Halo nevus

Halo nevus

Chris Schach

Author Bio -

Key Points

*Caused by an autoimmune response to existing moles, such that the mole is often eliminated
*Consists of paling skin surrounding a mole, which may start to fade away, leaving an area of depigmentation, or white or light colored skin.

Halo moles are a skin condition in which existing moles are targeted by the immune system for destruction. Initially, a small area of skin around the mole pales. As the condition progresses, the mole itself may become less pigmented and eventually fade away. The area of pale skin left in the affected area, which is generally round or oval in shape, persists for some time, then returns to normal coloring. This process may take up to several years. It occurs most commonly on the trunk, though infrequently may appear on the limbs or head. The affected moles are rarely malignant.

Halo moles are caused when the immune system targets existing moles for destruction. It is unknown what causes this response, but sunburn, and even the presence of malignant melanoma have been known to trigger it. Halo moles are typically seen in children or young adults, but may occur in and age or gender group.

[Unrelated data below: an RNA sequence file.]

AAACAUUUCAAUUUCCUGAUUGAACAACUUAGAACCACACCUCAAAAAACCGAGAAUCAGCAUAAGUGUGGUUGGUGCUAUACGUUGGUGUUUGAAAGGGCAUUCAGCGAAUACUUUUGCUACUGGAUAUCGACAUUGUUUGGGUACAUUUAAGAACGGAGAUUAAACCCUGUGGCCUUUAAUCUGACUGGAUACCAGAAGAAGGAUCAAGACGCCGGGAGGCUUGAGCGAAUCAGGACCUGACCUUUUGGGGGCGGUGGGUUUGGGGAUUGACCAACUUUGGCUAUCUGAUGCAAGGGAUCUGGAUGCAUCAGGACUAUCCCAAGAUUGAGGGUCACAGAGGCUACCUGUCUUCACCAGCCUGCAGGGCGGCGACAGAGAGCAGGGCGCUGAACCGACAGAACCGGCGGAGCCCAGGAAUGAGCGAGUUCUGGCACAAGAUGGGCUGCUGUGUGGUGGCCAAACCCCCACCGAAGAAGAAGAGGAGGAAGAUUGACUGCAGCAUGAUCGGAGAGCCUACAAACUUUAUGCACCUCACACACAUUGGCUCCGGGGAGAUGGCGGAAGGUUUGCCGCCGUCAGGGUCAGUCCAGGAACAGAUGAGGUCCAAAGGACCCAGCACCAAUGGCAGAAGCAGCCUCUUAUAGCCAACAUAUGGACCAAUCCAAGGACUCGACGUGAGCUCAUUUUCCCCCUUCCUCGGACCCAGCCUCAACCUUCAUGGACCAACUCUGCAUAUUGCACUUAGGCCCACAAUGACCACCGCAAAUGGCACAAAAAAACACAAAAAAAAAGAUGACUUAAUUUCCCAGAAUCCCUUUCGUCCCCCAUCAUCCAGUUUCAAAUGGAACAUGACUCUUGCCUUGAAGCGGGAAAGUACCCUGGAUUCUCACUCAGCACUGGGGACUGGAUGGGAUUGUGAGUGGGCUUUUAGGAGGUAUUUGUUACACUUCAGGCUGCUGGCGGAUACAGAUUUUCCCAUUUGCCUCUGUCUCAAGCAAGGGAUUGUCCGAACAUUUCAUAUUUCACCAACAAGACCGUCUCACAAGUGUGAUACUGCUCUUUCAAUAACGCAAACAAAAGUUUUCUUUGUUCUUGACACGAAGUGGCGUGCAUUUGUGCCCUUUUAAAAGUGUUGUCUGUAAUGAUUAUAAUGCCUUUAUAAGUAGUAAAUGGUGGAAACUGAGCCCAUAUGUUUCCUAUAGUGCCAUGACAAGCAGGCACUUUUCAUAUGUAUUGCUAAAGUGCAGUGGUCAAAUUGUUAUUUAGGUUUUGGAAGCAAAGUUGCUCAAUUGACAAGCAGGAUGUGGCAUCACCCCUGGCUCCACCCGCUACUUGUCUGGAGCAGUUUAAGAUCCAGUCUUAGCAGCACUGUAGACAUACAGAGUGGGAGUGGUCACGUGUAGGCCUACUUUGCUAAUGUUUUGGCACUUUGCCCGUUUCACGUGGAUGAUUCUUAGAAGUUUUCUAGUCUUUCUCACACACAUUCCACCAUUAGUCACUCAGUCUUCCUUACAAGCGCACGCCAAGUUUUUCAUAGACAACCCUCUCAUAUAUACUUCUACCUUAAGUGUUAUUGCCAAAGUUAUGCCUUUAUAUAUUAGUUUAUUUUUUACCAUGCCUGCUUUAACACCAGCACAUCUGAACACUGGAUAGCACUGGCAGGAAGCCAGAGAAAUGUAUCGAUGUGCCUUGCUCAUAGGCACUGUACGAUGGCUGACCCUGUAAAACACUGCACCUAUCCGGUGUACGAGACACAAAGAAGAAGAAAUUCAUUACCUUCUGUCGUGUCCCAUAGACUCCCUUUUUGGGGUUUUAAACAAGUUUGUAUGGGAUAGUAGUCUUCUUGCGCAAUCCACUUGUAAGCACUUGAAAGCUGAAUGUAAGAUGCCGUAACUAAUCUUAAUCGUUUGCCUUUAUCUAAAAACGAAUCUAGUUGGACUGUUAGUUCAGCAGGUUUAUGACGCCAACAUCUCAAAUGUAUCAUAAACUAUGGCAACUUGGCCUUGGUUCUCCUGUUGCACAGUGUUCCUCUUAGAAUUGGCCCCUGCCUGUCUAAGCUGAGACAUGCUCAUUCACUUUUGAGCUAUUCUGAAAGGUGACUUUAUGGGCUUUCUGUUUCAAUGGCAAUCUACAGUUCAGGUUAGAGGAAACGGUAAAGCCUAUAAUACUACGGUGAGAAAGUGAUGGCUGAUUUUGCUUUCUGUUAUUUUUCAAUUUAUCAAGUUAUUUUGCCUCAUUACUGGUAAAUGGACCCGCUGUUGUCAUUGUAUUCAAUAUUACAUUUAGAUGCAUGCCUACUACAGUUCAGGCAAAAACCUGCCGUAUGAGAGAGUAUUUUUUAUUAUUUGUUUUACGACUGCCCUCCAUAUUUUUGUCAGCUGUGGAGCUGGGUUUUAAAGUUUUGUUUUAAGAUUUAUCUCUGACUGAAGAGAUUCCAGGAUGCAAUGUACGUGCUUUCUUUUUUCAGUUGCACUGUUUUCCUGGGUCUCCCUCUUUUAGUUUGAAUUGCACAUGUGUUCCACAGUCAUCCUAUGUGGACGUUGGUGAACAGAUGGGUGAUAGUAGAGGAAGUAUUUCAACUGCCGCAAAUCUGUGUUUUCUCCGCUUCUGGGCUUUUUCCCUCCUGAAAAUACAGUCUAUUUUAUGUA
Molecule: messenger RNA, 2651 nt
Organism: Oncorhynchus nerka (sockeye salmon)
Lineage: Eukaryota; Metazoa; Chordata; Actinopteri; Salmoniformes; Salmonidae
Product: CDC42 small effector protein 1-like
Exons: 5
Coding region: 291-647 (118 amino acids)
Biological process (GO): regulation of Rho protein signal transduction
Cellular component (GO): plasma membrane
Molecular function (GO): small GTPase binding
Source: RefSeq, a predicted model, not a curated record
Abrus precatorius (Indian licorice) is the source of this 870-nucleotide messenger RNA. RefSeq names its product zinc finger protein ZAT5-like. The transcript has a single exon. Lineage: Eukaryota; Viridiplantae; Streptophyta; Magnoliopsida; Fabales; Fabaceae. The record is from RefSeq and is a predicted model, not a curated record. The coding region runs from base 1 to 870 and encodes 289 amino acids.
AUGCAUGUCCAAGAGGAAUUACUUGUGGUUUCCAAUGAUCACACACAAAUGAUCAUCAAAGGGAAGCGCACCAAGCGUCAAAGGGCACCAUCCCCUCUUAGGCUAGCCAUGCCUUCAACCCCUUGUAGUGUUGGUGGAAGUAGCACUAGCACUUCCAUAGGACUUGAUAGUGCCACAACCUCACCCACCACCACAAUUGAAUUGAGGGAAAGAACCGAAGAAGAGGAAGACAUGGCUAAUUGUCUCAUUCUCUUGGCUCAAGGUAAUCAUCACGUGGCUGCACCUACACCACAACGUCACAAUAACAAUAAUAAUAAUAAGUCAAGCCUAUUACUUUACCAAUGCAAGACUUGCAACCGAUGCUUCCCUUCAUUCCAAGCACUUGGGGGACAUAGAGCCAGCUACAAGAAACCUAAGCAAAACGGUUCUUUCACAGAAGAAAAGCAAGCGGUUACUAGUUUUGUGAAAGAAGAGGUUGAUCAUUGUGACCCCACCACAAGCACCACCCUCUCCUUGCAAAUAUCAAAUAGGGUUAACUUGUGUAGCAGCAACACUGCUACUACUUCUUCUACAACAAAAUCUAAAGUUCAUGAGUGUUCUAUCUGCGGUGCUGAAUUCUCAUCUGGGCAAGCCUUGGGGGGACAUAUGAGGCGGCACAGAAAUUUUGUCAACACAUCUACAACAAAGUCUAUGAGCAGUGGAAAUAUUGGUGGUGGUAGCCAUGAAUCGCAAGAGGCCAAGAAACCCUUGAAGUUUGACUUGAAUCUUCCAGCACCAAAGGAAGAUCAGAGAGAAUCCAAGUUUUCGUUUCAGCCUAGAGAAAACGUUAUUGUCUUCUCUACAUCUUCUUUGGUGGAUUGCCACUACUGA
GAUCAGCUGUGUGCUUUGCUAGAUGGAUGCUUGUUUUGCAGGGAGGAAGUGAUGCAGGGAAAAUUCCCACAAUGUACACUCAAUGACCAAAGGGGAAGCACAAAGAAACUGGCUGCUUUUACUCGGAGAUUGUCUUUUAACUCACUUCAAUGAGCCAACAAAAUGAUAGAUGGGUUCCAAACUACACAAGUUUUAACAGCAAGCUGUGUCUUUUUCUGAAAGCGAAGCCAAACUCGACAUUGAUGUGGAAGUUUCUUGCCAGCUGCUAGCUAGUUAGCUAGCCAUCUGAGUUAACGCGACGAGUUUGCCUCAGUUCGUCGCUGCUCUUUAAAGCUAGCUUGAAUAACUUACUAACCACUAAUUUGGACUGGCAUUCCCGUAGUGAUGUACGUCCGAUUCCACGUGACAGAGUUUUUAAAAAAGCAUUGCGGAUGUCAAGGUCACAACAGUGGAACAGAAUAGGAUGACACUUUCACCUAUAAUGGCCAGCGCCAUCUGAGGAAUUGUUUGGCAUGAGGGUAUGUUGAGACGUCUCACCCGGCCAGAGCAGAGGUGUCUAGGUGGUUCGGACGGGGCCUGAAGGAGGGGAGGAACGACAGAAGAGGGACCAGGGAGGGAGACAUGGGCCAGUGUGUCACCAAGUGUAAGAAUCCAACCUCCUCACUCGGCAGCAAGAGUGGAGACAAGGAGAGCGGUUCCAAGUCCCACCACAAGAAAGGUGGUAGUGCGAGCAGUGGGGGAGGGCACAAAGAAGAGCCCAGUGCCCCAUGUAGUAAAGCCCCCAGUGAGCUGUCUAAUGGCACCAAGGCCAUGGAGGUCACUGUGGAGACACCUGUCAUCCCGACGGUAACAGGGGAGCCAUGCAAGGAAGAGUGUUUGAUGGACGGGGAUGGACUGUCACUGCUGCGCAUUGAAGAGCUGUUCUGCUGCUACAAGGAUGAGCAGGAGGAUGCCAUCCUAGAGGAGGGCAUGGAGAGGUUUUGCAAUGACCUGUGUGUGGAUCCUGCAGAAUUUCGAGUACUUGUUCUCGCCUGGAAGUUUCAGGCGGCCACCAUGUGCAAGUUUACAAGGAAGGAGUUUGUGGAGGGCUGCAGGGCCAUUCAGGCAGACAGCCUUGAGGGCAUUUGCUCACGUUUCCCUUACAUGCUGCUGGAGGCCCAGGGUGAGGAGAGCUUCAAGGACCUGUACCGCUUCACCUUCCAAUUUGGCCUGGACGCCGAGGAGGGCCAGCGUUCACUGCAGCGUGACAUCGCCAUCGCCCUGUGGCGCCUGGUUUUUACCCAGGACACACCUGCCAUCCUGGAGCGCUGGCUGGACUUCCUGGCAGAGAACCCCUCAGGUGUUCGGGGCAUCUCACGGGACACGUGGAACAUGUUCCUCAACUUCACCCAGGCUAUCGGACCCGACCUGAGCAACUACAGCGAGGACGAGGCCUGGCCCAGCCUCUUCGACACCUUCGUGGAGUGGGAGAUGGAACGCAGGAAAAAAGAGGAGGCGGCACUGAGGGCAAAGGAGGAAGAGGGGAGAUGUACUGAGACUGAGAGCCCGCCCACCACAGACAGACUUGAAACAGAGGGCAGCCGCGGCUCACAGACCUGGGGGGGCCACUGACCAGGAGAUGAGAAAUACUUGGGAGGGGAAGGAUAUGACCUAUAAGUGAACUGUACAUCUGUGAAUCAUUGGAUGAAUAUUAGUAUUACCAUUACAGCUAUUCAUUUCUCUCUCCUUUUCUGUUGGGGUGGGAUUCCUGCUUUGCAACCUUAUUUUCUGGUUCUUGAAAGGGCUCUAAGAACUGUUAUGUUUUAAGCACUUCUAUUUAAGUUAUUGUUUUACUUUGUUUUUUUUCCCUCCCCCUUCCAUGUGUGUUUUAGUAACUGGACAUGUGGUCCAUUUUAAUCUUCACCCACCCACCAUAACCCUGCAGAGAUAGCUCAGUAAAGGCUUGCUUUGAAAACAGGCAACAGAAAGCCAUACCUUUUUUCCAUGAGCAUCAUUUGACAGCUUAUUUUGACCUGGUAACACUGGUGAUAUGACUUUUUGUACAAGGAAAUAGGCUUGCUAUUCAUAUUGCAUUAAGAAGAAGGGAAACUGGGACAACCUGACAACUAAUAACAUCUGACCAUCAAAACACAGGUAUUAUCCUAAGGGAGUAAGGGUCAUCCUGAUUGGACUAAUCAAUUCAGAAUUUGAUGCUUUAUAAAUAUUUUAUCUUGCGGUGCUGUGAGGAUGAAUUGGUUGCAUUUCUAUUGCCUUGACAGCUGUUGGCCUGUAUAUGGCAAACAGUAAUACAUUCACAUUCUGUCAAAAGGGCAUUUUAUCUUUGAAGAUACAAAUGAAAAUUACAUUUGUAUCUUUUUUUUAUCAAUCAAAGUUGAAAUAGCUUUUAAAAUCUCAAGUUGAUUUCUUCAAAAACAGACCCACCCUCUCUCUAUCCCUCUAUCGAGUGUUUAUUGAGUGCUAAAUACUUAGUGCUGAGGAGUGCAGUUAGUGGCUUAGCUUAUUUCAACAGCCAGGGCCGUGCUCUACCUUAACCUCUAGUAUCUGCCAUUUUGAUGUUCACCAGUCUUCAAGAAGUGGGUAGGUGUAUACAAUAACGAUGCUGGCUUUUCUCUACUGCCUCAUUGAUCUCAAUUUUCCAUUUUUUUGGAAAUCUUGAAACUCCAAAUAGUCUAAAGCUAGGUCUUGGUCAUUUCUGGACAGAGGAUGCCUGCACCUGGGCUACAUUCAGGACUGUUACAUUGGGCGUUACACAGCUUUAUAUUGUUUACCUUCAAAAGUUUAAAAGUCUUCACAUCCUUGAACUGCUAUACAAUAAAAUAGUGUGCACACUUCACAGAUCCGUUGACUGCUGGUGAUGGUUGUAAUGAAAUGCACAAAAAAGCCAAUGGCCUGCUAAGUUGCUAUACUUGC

Differential Diagnosis (Other conditions with similar appearance)
Atypical Mole
Molluscum contagiosum
Basal cell carcinoma
Pityriasis lichenoides
Lichen Planus
Spitz nevus
Lichen Sclerosus et Atrophicus
Malignant Melanoma

    Key Points
    *Initial diagnosis based on appearance of the affected mole
    *Mole may be biopsied to confirm diagnosis and rule out other similar appearing conditions

    Halo moles are initially diagnosed based on the appearance of the affected mole. A Biopsy may be performed to confirm the diagnosis and rule out other, similar appearing conditions. Similar symptoms may be seen in Vitiligo and Melanoma, so proper diagnosis is important.

    *Treatment is not generally required, as the condition is self-resolving
    *Full skin examination is recommended to ensure that other skin conditions are not extant
    *Sunscreen should be used to protect the affected area
    OTC Options: Sunscreen

    Halo moles typically resolve themselves after a period of time, so treatment may not be necessary. A biopsy should be considered if the mole displays other unusual signs, because the halo phenomenon can be due to the immune system recognizing a Melanoma.  Health care professionals may perform a full skin examination to ensure no other associated skin conditions exist. Sunscreen should be used to protect the affected area from sunburn, as the skin is missing melanin, which protects it from sun exposure.

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